How to make a good sales call

Adam Knights, Founder of, explains what it takes to make a good sales call.

When it comes to assessing sales effectiveness, there are so many selling models now that the world is confused. At, we recently ran an audit and found 11 different sales models. The truth is, whatever model you deploy, there is a before, during and after phase with any call. All we work on is being able to have an incredible conversation through remote in-call quality coaching at the point of need.

“The gift of the no is your opportunity to engage in the art of having a difficult conversation”


This stage starts weeks before the call, often through well thought through semantic priming and engaging emails, along with a wider social intelligence that enables the key account manager (KAM) to walk into the customer’s environment with full confidence of an outcome.


This stage consists of three main phases:
1. The value introduction: a mini elevator pitch that frames the meeting or call as one of immense value to the customer.
2. Summarising joint actions: a neat way of closing and influencing with integrity, while using advance objection handling techniques.
3. Recency: a closing 60 second statement that leaves the customer’s little black book open with the KAM’s name at the top!


In order to maximise impact in front of customers, the KAM needs to objectively assess their own performance to celebrate what they did well, and learn from what could have gone better.


Taking precedence above all this is mindset.Belief systems in sales can be so limiting:
“They don’t see us”, “They don’t like pharma”, “I have the hardest region!”
I feel for many KAMs at the moment as the environment is tough – but it’s not impossible. Some companies have an incredible mindset and belief in their model.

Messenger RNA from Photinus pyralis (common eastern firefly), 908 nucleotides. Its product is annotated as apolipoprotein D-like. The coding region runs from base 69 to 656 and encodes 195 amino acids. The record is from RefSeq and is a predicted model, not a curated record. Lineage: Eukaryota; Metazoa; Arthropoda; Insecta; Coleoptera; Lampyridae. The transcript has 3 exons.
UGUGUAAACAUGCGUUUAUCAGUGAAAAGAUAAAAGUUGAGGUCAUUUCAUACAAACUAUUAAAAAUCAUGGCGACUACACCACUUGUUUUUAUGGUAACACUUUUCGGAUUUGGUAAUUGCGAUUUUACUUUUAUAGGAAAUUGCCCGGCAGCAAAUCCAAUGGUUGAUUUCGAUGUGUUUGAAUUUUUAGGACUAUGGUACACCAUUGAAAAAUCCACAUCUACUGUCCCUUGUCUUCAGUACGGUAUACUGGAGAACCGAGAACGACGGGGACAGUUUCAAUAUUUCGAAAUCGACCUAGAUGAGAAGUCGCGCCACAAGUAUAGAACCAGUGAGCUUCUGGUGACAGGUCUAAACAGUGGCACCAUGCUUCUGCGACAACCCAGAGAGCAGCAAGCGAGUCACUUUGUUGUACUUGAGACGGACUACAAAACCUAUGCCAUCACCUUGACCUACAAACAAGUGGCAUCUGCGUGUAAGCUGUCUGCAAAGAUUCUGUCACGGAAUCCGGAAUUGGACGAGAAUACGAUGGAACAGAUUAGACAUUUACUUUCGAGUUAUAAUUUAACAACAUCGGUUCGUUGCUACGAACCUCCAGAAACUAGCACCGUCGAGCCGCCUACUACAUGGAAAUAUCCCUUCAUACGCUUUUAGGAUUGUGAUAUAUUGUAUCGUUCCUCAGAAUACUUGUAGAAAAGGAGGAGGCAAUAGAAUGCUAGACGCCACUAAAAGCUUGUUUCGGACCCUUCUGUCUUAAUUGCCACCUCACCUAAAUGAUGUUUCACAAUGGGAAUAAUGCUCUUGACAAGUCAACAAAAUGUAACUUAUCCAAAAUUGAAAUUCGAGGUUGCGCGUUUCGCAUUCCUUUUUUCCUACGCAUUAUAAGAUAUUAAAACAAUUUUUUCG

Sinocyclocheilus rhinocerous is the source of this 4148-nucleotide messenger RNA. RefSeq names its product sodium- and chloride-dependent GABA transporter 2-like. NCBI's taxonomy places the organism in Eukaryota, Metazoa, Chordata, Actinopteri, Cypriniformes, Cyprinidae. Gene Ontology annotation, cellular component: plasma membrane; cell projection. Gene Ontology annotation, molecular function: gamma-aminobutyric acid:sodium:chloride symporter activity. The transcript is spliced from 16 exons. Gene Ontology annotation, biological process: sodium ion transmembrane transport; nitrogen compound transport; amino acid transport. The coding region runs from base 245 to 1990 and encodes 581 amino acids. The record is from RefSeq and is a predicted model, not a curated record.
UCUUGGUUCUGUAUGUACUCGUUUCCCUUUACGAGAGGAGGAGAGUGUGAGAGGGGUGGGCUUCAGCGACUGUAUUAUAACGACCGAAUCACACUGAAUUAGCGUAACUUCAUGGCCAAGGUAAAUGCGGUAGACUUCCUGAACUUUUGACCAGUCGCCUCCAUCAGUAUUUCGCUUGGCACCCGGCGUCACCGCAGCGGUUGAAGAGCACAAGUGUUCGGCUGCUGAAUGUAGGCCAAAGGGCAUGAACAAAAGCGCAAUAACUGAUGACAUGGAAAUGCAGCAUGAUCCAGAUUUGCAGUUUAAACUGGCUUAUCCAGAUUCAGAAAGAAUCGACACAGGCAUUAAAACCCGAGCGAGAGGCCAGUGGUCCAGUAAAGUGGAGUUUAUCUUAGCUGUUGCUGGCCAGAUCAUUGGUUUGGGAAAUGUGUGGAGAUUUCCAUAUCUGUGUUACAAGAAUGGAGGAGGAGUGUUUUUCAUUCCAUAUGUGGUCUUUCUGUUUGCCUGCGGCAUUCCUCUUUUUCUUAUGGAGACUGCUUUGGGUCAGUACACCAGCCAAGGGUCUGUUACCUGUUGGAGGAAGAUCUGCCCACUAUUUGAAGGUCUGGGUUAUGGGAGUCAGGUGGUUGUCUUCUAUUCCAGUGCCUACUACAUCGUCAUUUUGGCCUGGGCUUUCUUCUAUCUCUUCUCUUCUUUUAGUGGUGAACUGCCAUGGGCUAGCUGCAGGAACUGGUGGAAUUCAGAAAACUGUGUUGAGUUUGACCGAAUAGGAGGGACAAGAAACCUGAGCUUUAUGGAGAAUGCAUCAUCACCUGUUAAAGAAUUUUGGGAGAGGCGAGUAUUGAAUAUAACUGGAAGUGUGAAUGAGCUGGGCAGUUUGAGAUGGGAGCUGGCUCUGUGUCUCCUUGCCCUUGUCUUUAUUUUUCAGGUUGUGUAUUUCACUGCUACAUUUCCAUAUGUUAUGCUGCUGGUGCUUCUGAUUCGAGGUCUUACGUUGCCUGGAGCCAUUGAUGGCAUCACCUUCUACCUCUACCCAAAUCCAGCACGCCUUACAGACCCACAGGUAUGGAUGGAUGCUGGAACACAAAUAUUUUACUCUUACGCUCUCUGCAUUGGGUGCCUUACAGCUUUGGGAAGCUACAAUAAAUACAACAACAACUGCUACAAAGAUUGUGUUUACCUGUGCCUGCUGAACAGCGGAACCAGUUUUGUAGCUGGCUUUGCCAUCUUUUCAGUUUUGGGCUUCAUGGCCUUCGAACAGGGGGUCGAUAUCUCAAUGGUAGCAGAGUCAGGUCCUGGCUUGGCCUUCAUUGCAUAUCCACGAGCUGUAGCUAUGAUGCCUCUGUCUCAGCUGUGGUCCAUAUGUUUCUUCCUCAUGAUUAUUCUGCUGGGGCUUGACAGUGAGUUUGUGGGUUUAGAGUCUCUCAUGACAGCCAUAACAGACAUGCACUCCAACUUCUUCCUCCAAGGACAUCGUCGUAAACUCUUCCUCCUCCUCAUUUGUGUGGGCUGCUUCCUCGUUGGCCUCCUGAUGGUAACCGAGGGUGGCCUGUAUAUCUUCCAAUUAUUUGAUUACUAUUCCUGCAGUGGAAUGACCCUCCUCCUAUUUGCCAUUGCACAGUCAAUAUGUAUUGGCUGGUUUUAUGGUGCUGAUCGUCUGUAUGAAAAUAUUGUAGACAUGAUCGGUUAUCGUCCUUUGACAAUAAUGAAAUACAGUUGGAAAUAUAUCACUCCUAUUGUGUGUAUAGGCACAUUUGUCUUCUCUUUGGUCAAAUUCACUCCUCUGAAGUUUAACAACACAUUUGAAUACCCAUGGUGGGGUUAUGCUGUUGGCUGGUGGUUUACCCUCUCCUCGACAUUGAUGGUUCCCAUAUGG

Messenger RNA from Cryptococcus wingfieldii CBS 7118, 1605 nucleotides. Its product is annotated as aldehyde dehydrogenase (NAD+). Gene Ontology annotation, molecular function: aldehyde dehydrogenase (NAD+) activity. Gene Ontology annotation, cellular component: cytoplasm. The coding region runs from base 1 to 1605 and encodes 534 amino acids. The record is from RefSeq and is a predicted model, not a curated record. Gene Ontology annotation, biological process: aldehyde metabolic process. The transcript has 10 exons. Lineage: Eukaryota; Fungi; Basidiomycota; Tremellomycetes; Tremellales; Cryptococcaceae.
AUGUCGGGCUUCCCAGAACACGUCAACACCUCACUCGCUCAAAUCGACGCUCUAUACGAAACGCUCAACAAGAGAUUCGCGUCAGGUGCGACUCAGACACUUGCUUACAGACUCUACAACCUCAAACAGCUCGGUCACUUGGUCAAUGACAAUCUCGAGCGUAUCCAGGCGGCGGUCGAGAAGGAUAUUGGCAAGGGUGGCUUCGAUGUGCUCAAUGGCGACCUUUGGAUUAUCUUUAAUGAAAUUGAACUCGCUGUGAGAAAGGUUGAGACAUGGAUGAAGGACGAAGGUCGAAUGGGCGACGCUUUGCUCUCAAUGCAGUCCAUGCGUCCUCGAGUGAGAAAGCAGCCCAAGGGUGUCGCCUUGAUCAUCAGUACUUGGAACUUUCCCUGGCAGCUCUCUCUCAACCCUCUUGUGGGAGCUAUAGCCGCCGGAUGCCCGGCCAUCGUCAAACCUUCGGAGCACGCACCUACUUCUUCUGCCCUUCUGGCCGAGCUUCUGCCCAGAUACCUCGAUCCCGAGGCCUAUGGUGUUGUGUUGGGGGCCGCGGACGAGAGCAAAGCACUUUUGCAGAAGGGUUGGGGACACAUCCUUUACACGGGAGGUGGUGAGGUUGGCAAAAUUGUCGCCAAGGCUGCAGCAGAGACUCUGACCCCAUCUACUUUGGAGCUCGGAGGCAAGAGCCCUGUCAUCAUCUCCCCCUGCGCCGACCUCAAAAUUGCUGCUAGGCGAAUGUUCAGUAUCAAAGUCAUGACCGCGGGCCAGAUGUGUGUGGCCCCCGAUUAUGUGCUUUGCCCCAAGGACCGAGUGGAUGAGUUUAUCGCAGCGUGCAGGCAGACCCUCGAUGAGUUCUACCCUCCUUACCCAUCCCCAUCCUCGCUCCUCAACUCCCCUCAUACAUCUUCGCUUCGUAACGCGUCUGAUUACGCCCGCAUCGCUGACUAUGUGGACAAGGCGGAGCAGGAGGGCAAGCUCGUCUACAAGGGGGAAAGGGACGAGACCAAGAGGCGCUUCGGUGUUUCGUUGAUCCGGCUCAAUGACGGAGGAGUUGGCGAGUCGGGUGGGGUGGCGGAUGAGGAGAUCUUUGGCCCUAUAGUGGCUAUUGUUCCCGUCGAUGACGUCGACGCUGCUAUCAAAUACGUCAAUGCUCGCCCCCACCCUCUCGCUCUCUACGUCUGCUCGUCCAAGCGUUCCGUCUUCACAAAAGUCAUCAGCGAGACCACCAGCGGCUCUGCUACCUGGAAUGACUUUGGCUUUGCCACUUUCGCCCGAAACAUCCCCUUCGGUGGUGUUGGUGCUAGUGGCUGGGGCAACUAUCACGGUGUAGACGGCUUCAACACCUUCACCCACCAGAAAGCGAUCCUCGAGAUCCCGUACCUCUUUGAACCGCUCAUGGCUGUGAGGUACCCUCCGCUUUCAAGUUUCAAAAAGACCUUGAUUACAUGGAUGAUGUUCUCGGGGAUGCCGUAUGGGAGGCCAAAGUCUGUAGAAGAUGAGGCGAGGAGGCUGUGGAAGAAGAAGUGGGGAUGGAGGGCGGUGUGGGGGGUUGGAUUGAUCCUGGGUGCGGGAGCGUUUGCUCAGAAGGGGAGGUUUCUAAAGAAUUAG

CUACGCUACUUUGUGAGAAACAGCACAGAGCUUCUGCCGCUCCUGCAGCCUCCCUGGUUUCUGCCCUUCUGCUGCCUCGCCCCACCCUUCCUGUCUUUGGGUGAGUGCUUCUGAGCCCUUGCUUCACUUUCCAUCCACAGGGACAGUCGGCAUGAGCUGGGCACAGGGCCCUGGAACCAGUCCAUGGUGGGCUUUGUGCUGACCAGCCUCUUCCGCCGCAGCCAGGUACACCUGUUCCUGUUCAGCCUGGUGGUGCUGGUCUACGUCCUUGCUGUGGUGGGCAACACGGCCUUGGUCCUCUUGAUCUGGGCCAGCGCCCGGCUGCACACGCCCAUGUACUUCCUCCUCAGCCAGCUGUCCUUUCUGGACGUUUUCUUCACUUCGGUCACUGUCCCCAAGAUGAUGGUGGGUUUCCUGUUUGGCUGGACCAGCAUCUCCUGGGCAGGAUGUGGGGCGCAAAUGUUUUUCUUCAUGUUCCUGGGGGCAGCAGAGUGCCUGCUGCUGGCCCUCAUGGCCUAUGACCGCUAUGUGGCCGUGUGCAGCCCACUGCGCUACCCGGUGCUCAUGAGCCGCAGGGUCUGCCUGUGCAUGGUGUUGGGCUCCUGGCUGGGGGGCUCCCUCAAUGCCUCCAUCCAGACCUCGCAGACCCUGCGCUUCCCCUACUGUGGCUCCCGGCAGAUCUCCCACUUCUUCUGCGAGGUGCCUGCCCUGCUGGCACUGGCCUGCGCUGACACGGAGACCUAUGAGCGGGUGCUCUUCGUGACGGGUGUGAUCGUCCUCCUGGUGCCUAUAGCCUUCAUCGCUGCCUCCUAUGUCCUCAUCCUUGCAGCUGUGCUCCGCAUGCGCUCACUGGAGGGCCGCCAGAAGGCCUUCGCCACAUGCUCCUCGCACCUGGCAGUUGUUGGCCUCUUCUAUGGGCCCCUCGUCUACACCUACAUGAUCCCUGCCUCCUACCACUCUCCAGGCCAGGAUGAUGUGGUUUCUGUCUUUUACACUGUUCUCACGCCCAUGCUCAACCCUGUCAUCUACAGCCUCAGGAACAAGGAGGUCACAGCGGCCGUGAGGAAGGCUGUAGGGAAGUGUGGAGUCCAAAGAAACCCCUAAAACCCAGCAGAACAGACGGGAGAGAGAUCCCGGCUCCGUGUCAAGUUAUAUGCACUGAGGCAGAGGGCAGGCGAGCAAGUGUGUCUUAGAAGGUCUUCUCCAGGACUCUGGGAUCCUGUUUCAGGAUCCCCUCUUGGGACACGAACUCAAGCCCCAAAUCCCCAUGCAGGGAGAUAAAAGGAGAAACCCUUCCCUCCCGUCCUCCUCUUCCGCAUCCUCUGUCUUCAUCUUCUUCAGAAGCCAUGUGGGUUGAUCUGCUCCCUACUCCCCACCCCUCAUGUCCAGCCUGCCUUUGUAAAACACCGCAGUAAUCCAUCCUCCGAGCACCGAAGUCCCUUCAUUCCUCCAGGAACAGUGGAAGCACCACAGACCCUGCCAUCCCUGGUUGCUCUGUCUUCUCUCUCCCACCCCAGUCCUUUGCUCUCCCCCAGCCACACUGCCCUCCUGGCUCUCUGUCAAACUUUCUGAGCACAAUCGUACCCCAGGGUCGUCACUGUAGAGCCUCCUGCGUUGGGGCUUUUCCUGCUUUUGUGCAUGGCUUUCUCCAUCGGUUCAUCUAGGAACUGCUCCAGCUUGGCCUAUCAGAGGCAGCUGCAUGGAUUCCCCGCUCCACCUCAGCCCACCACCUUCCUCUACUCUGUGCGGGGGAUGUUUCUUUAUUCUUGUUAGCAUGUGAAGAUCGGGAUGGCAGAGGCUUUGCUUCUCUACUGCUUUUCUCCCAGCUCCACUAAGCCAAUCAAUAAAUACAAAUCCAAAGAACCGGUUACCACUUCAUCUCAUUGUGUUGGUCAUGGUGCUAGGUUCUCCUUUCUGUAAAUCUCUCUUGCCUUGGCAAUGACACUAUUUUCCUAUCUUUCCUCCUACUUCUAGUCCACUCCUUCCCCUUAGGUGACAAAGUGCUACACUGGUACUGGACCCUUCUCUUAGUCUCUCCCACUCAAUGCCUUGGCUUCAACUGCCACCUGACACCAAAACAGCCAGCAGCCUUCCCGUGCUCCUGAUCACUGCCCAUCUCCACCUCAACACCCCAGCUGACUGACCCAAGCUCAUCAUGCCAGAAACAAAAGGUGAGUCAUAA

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At, we’ve designed a simple framework following many years of leading, developing and studying successful salespeople – Fast Yes v Slow No®. We’ve discovered there are two key areas that you really want to play in: the ‘fast no’ or indeed even the ‘fast yes’. Avoid the ‘slow no’!

1. The ‘fast yes’ Top performing KAMs build trust/like very quickly. If the company proposition is strong, sales nirvana has been reached – congratulations.
2. The ‘slow yes’ The proposition is strong but there is a low level of trust. The sales will happen in the end – it may take a while though.
3. The ‘fast no’ The customer trusts/likes the salesperson but the proposition is weak. For successful salespeople, the ‘fast no’ is better than the ‘slow yes’ – it’s indicative of a good relationship with the customer and a high level of trust.
4. The ‘slow no’ The proposition is weak and there is a low level of trust. This is the worst position to be in. Organisations know that nothing is going to progress yet they’ve invested so much time and resource already, they continue in the account hoping the position will change.